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Figure 2. Ground state glycine angles and reaction scheme. (A) Interaction of Thr69 with the intein–extein junction residues as observed in the crystal structure of the trapped DnaE intein precursor. Thr69 is shown interacting with the amide nitrogen of Cys1, the first intein residue, and the carbonyl oxygen of Pro-2, bridging Gly-1, the last N-extein residue. (B) Section of the Ramachandran plot for glycine. Darker regions are allowed, white is nonallowed.12 Experimental and computational results are shown for different residues at position 69: threonine (dark green, calculated; light green observed); Alanine (red, calculated; pink, observed); Ser(1) (yellow) was derived directly from the crystal structure and Ser(2) (dark blue) after computational relaxation of the starting structure involving threonine; Glycine (light blue). (C) Scheme of the N-S acyl shift between cysteine and glycine. The reactant is on the left and the tetrahedral intermediate is on the right. The dashed lines indicate the hydrogen bonds between the Thr69 hydroxyl and the Cys1 peptide nitrogen and the Pro-2 carbonyl that are important for distorting the Gly-1 conformation.

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Results and Discussion

  1. Top of page
  2. Abstract
  3. Introduction
  4. Results and Discussion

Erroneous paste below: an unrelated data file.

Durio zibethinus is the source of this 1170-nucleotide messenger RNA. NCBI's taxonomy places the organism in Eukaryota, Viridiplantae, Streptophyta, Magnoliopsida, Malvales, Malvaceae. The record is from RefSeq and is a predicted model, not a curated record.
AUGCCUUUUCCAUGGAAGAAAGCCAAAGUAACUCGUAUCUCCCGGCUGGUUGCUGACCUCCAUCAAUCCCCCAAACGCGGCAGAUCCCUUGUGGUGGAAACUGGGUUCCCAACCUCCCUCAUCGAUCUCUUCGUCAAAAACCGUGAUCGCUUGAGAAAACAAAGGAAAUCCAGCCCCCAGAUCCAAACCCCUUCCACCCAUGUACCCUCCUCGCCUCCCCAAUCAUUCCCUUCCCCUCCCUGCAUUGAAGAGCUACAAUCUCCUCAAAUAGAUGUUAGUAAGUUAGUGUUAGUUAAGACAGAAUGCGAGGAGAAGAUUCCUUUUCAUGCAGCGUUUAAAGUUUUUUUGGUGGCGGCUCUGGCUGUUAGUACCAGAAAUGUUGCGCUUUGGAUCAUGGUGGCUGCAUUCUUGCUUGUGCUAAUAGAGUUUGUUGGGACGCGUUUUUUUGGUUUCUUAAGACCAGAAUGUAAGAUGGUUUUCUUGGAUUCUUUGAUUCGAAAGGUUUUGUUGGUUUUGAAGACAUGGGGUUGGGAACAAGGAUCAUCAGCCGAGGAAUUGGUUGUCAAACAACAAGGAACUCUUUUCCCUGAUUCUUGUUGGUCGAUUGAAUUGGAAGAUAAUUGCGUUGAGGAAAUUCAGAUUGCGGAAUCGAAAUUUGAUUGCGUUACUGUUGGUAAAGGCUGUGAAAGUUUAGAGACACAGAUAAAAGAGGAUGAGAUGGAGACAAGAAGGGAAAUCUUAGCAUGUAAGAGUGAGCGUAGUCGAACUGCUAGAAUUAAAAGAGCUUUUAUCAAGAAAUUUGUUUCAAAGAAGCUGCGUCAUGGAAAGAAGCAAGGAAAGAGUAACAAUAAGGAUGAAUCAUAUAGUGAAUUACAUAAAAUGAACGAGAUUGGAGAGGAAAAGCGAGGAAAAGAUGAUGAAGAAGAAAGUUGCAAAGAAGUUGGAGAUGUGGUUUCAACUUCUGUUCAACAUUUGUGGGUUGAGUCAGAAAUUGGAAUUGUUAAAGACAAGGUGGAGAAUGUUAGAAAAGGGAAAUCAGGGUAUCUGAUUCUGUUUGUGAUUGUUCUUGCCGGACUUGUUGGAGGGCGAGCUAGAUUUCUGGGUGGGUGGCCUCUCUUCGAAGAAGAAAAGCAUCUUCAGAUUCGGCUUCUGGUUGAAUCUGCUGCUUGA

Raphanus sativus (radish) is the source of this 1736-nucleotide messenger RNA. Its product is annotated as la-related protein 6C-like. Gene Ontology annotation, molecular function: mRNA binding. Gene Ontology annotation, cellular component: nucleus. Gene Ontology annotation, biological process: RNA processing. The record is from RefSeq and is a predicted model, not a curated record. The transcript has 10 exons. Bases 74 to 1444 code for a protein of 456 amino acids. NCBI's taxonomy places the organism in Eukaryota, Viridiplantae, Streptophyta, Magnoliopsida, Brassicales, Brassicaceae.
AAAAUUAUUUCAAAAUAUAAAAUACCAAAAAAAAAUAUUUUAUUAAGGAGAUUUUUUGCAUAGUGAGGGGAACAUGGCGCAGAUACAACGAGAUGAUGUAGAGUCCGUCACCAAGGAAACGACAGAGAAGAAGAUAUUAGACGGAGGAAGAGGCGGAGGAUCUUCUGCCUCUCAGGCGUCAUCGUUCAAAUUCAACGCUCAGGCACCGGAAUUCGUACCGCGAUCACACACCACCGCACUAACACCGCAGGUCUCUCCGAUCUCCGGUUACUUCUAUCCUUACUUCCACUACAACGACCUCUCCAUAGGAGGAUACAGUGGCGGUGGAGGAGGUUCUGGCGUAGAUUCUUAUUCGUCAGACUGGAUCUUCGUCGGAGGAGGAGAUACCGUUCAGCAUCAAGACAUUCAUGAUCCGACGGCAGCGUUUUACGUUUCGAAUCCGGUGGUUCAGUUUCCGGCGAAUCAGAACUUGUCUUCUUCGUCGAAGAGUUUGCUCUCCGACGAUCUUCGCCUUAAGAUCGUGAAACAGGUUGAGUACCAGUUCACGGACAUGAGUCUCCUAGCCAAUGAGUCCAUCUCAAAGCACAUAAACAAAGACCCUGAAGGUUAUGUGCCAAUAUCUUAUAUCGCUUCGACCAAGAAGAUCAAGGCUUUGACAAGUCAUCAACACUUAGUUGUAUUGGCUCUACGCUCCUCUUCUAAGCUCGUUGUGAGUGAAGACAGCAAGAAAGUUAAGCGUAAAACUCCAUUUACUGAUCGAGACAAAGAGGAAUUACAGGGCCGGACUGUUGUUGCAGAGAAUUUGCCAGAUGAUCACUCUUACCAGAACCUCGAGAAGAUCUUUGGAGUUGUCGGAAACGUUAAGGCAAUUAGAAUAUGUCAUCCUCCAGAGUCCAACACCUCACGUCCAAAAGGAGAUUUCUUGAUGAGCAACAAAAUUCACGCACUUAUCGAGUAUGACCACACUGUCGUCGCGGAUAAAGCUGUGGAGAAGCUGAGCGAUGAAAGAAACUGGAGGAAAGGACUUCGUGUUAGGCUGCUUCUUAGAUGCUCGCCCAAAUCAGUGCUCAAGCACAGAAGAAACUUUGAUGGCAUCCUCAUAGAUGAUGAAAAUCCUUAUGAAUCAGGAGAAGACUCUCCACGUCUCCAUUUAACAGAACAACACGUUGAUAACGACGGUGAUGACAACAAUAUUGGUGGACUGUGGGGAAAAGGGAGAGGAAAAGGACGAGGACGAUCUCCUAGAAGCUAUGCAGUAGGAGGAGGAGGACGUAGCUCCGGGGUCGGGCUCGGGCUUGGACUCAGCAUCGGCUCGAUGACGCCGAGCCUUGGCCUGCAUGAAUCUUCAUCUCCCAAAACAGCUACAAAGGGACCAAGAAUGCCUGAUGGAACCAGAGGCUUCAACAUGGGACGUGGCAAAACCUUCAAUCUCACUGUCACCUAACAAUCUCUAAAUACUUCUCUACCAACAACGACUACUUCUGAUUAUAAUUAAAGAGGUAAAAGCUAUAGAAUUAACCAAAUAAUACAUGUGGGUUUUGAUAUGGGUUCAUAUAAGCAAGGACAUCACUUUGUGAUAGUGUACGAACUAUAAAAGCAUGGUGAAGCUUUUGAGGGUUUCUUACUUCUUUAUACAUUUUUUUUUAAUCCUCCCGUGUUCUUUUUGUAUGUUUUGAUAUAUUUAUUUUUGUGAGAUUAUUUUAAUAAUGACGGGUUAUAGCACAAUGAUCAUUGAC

5. Conclusions
  6. Materials and Methods
  7. Acknowledgements
  8. References
  9. Supporting Information

Computational validation of the role of Thr69 in the distortion of the Gly-1 conformation

Our initial calculation for our model system in the presence of Thr69 was performed using a full QM method. Despite the large computational cost, this was a necessary step to appropriately construct our mixed QM and molecular mechanical (MM) system. Following the full QM calculation, we moved to our QM/MM calculation, again in which Thr69 is present, and were able to obtain Gly-1 (ϖ,Ψ) dihedral angles of (−123.2°, 77.8°) which compare well with the experimentally derived angles of (−122.5°, 86.9°) (Table I). Increasing the system size to include more atoms did not change the results presented here, which suggested convergence of system size for the properties of interest. This QM/MM system with Thr69 provided similar structural parameters such as bond angles and bond distances to those obtained using the full QM scheme, particularly around the catalytic region, suggesting that QM/MM could provide accurate results. To explicitly probe the influence of Thr69-mediated hydrogen bonding on the Gly-1 conformation, we substituted alanine for Thr69 (T69A) and again optimized the precursor structure. In this ground state structure with the T69A substitution, the dihedral angles of Gly-1 returned to allowed values, with (ϖ,Ψ) angles of (−119.6°,50.7°) (see Table I). These results support our hypothesis that hydrogen bonding interactions between Thr69 of the TXXH motif and the N-extein–intein junction are responsible for the distortion at Gly-1 [interatomic distances are shown in Fig. 2(A)].14 Specifically, we propose that hydrogen bonding between Thr69 and both the amide nitrogen of Cys1 and the carbonyl oxygen of Pro-2 that flanks the glycine is responsible for the unusual backbone angles at Gly-1 [Fig. 2(A) and (B)].

Table I. Computational Values for the Reaction Barriers
 ϖΨRegionBarrier (kcal/mol)
  1. Computational values for the reaction barriers involving the native Thr69 and the T69A mutant. Each mutant is grouped with its corresponding allowed (A) or nonallowed (NA) region in the Ramachandran plot and its energy barrier.

Thr−123.277.8NA14.8
−124.653.0A34.6
Ala−119.650.7A24.9
−123.277.8NA48.3